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Goat Cheese and Lemon Ravioli

Impress Dinner Party Guests With Lemon Goat Cheese Ravioli

If you're going to go through the trouble of making homemade pasta dough, you may as well make it worth your while. Rather than drown tender noodles in sauce, why not take a more minimalist route, like in this lightly dressed dish of goat cheese ravioli?

Enhanced by little else than a confetti-like burst of crushed pink peppercorns, lemon zest, and tarragon, the delicate but toothsome pasta and its tangy filling shine. As a sneaky bonus, this minimalist sauce of sorts takes mere moments to whip up, a boon given the initial effort expended rolling out the homemade pasta dough.

More time-consuming than difficult to prepare, it would make for a rewarding weekend project. (If you have the time, make a double batch of the pasta, and freeze the extra filled ravioli for a speedy dinner down the line. Add the frozen pasta directly to boiling water, without thawing.) Trust me here, it's absolutely worth the effort.

Lemon and Goat Cheese Ravioli

Adapted from Plenty: Vibrant Recipes From London's Ottolenghi by Yotam Ottolenghi


If using store-bought pasta sheets or a different pasta dough recipe than the one provided, add the zest from 2 lemons to the ravioli filling.

Goat Cheese and Lemon Ravioli


  1. For pasta dough:
    3 tablespoons olive oil
    3 medium eggs
    11 1/2 ounces (about 2 3/4 cups) 00 flour, plus extra for rolling
    1/4 teaspoon turmeric
    Grated zest of 3 lemons
  1. For filling:
    11 ounces fresh goat cheese
    Scant 1/2 teaspoon kosher salt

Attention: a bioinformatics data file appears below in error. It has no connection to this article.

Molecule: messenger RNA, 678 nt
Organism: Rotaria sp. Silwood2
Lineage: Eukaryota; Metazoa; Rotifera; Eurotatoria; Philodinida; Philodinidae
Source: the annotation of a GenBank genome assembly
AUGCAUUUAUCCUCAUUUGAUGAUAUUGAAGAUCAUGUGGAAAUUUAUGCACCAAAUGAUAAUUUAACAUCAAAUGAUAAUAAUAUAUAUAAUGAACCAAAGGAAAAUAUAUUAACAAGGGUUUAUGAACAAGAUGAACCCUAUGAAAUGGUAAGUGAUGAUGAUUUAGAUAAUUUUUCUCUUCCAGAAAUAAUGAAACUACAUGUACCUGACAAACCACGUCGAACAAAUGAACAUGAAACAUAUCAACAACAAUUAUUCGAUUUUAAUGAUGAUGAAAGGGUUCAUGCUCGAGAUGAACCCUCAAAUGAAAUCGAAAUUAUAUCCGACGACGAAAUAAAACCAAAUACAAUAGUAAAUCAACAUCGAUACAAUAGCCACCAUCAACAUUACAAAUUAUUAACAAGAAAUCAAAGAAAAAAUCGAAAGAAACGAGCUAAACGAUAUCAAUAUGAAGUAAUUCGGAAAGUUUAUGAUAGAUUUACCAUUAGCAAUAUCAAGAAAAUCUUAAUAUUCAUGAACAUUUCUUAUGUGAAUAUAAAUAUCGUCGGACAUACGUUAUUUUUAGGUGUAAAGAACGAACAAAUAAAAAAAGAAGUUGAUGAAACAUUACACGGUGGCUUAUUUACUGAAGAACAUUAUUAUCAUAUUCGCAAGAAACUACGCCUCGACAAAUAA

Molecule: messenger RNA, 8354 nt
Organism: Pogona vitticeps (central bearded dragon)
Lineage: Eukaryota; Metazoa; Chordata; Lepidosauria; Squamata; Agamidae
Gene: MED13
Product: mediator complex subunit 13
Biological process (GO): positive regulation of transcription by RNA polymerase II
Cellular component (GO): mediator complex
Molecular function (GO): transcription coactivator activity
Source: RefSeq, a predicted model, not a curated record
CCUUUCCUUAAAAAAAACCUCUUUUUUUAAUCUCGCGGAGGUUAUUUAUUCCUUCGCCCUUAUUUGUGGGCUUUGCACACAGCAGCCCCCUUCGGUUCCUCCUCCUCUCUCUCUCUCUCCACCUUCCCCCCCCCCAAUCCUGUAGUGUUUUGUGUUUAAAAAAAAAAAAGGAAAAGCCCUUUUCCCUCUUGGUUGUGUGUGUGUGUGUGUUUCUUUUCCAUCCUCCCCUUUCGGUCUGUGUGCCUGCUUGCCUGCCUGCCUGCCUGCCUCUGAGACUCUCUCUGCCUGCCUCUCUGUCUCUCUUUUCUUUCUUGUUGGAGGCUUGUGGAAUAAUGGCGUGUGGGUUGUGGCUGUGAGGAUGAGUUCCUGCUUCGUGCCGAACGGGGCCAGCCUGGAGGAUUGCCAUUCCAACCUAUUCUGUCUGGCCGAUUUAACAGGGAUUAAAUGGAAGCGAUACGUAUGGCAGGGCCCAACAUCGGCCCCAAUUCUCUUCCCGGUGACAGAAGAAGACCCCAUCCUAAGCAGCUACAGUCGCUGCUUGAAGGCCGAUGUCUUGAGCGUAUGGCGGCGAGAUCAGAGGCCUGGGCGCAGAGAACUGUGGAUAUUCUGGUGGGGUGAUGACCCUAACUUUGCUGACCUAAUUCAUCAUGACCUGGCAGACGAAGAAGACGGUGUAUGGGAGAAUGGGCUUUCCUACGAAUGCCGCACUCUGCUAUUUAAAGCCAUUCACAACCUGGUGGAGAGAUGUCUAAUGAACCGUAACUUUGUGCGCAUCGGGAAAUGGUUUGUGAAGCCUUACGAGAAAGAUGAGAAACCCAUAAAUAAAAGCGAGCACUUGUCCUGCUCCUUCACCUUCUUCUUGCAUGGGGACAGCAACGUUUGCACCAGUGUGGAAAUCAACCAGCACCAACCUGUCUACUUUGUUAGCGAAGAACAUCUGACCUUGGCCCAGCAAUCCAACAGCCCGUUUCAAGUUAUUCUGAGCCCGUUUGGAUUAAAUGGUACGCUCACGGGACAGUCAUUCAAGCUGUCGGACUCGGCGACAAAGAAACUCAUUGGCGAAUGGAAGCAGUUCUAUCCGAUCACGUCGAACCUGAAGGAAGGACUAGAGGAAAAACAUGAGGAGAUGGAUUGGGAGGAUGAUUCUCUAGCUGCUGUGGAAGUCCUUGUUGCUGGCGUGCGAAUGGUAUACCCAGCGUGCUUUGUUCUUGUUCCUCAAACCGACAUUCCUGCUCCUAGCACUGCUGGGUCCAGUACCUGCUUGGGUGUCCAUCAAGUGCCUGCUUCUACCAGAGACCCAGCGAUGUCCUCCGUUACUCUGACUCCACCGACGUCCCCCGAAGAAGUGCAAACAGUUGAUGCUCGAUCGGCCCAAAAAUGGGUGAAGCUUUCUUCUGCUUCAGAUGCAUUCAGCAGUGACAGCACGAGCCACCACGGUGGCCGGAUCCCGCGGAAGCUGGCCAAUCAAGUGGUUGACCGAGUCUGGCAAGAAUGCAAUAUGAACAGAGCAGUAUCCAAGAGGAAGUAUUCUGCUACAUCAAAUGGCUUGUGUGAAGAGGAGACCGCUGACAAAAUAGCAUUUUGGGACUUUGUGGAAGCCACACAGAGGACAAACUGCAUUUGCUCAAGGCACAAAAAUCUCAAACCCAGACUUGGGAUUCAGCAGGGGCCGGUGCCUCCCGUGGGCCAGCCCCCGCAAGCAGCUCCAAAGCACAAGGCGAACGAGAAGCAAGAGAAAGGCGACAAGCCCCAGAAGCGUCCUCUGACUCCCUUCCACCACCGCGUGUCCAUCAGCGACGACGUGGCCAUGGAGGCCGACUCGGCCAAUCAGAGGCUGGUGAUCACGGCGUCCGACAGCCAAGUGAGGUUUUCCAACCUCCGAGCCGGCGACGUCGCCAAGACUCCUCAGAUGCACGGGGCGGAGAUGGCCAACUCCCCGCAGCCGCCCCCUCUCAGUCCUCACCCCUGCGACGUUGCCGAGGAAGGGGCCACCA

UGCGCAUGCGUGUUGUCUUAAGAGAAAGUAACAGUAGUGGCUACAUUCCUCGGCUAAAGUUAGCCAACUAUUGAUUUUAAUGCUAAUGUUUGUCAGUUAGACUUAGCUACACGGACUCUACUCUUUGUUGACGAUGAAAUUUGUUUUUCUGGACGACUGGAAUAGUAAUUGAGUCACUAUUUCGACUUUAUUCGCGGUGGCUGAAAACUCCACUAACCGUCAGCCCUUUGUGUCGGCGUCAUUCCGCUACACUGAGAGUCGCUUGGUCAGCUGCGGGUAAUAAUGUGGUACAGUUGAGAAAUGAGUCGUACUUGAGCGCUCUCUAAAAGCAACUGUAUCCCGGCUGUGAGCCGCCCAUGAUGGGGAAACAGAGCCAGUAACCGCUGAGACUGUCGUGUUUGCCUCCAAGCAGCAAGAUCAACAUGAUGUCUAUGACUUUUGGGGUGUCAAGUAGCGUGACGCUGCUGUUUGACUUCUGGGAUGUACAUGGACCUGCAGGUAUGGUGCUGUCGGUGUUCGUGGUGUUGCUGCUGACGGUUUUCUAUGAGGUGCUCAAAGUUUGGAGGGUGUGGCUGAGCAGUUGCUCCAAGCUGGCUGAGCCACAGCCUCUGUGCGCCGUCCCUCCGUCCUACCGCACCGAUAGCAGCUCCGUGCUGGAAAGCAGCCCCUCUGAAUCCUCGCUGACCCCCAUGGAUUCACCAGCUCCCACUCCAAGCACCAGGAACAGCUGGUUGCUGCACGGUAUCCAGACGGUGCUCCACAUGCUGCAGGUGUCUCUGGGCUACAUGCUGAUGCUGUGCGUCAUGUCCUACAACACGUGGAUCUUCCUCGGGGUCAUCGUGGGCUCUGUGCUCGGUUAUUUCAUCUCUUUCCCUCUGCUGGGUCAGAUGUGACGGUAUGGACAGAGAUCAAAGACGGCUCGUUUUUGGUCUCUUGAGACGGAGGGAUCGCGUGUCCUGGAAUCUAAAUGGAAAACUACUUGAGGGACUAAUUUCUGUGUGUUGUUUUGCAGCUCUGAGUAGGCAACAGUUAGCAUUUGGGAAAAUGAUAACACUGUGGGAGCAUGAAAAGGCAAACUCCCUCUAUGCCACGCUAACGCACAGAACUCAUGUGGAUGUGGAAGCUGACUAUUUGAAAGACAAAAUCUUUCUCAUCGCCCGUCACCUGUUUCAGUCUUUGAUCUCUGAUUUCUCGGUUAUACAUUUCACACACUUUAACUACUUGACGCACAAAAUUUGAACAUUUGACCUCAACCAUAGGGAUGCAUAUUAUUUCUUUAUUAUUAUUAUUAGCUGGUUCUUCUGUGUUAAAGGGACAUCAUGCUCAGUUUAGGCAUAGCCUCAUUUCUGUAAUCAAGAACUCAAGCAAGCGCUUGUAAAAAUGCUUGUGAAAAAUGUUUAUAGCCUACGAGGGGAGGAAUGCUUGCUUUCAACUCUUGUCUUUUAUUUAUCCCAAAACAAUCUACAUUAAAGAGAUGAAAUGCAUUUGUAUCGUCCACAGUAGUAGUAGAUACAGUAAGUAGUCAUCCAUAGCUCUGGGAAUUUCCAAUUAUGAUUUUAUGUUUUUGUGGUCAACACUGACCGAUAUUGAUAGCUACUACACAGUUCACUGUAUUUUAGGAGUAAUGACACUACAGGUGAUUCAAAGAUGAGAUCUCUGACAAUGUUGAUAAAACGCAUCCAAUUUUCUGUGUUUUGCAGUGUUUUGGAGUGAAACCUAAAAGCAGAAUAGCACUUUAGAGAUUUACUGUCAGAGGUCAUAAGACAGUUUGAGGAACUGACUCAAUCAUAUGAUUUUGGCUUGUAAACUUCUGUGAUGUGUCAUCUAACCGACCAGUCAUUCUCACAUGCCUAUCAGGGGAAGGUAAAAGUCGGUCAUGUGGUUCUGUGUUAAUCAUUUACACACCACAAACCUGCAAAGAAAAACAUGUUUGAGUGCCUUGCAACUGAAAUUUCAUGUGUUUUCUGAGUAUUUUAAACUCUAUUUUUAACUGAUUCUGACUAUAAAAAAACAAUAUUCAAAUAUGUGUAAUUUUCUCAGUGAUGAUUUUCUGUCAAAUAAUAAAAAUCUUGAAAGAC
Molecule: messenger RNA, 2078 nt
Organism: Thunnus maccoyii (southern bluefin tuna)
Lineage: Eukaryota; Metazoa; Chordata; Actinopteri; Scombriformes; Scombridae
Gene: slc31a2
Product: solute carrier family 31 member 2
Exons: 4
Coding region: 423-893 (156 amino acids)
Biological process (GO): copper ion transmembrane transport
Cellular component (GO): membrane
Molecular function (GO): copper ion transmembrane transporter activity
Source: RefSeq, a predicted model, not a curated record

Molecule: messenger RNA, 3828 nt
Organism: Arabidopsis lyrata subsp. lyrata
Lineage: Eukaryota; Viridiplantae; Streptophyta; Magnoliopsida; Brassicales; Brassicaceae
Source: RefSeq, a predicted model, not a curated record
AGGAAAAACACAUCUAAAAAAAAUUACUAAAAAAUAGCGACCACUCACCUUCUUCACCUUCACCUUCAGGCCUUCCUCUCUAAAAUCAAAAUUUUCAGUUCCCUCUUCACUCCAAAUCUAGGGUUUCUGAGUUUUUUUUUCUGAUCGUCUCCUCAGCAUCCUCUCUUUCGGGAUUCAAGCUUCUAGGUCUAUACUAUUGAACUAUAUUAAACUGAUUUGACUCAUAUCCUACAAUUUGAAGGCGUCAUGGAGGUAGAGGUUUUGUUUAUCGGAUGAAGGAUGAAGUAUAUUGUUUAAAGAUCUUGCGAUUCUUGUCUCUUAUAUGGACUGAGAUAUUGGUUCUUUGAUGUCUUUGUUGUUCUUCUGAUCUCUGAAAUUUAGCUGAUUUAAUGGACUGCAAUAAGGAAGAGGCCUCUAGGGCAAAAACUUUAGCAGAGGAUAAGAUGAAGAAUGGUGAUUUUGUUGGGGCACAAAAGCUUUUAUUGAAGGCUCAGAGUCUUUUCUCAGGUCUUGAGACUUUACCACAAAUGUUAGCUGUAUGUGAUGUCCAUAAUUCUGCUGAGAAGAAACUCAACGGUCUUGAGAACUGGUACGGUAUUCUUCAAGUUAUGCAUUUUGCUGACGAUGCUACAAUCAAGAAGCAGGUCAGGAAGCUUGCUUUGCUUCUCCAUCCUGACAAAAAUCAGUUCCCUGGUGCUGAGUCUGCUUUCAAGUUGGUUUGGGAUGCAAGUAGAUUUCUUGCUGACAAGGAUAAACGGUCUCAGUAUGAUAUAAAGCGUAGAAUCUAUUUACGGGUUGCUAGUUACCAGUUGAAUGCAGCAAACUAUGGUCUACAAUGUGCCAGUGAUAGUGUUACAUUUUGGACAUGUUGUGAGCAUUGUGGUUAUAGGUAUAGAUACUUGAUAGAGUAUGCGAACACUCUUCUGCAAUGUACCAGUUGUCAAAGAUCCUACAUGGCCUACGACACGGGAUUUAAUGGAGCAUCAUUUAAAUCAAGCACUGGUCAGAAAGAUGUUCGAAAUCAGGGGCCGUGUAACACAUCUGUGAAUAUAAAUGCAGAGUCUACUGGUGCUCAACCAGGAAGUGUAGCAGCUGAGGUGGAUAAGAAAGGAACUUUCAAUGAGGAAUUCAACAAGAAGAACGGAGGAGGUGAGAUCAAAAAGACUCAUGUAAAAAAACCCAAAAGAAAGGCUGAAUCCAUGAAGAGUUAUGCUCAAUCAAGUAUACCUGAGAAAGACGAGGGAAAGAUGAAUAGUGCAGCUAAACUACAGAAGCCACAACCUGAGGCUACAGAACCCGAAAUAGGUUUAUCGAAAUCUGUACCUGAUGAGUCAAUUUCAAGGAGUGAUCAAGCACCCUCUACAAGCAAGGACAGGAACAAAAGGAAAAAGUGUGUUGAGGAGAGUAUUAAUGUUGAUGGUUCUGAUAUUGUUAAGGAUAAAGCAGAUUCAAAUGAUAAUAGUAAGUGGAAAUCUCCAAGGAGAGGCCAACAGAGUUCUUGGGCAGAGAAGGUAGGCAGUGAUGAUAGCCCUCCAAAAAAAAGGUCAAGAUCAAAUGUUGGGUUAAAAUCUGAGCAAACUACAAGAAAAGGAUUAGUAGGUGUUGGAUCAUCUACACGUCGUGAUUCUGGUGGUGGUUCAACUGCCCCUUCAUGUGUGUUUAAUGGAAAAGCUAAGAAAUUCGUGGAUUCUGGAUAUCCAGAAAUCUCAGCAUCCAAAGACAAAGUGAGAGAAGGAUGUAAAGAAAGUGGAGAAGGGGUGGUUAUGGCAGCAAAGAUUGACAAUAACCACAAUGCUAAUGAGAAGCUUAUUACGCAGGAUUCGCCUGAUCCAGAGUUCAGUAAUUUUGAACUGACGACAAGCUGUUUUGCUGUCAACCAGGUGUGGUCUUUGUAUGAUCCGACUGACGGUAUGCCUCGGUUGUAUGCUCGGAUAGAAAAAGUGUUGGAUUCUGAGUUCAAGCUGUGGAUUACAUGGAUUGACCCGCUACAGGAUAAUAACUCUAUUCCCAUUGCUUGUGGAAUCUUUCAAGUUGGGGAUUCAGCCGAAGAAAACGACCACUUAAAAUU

Pinch of a crushed red pepper flakes
    Black pepper
    1 egg white, beaten
  1. 2 teaspoons pink peppercorns, finely crushed
    1 teaspoon chopped tarragon
    Grated zest of 1 lemon
    Grapeseed oil
    Lemon juice (optional)


  1. To make the pasta dough: Whisk together the oil and eggs. Put the flour, turmeric, and lemon zest in a food processor, add the oil and egg mixture and blend to a crumbly dough. It might require extra flour or oil. Once the dough has come together and is smooth (you may need to work it a little by hand), divide it into four thick, rectangular blocks. Wrap them in plastic wrap and chill for at least 30 minutes, or up to 2 days.
  2. Lightly dust a work surface with flour. Take one piece of dough and flatten it on the floured surface with a rolling pin. Set your pasta machine to the widest setting and pass the dough through. Repeat, narrowing the setting by a notch each time until the pasta sheets are near translucent. (On the KitchenAid pasta roller attachment, setting 6 is ideal.) When each sheet is rolled out, keep it under a moist dish towel so it doesn't dry out.
  3. To make the filling: Combine the goat cheese, salt, red pepper flakes, and a few cracks of black pepper in a bowl and crush them together with a fork.
  4. Use a pastry cutter or the rim of a glass to stamp out roughly 3-inch discs from the pasta sheets. To shape each ravioli, brush a disc with a little egg white and place a heaped teaspoon of filling in its center. Place another pasta disc on top. Dip your fingers in flour, then gently press out any air as you seal the edges of the two discs together. You should end up with a pillow-shaped center surrounded by an edge that is just under 3/8-inch wide. Seal the sides of the edges together firmly until you can't see a seam where the two discs meet. As they are made, place the ravioli on a dish towel or tray sprinkled with semolina. Leave to dry for 10-15 minutes. (You can now cover the tray with plastic wrap and keep the ravioli in the fridge for a day.)
  5. When ready to cook, bring a large pan of salted water to a boil. Cook the pasta for 2 to 3 minutes, or until al dente. Drain and divide among 4 plates. Sprinkle with pink peppercorns, tarragon, and lemon zest. Drizzle grapeseed oil over the ravioli and around them, sprinkle with extra salt and a squirt of lemon juice, if you like, and serve at once.
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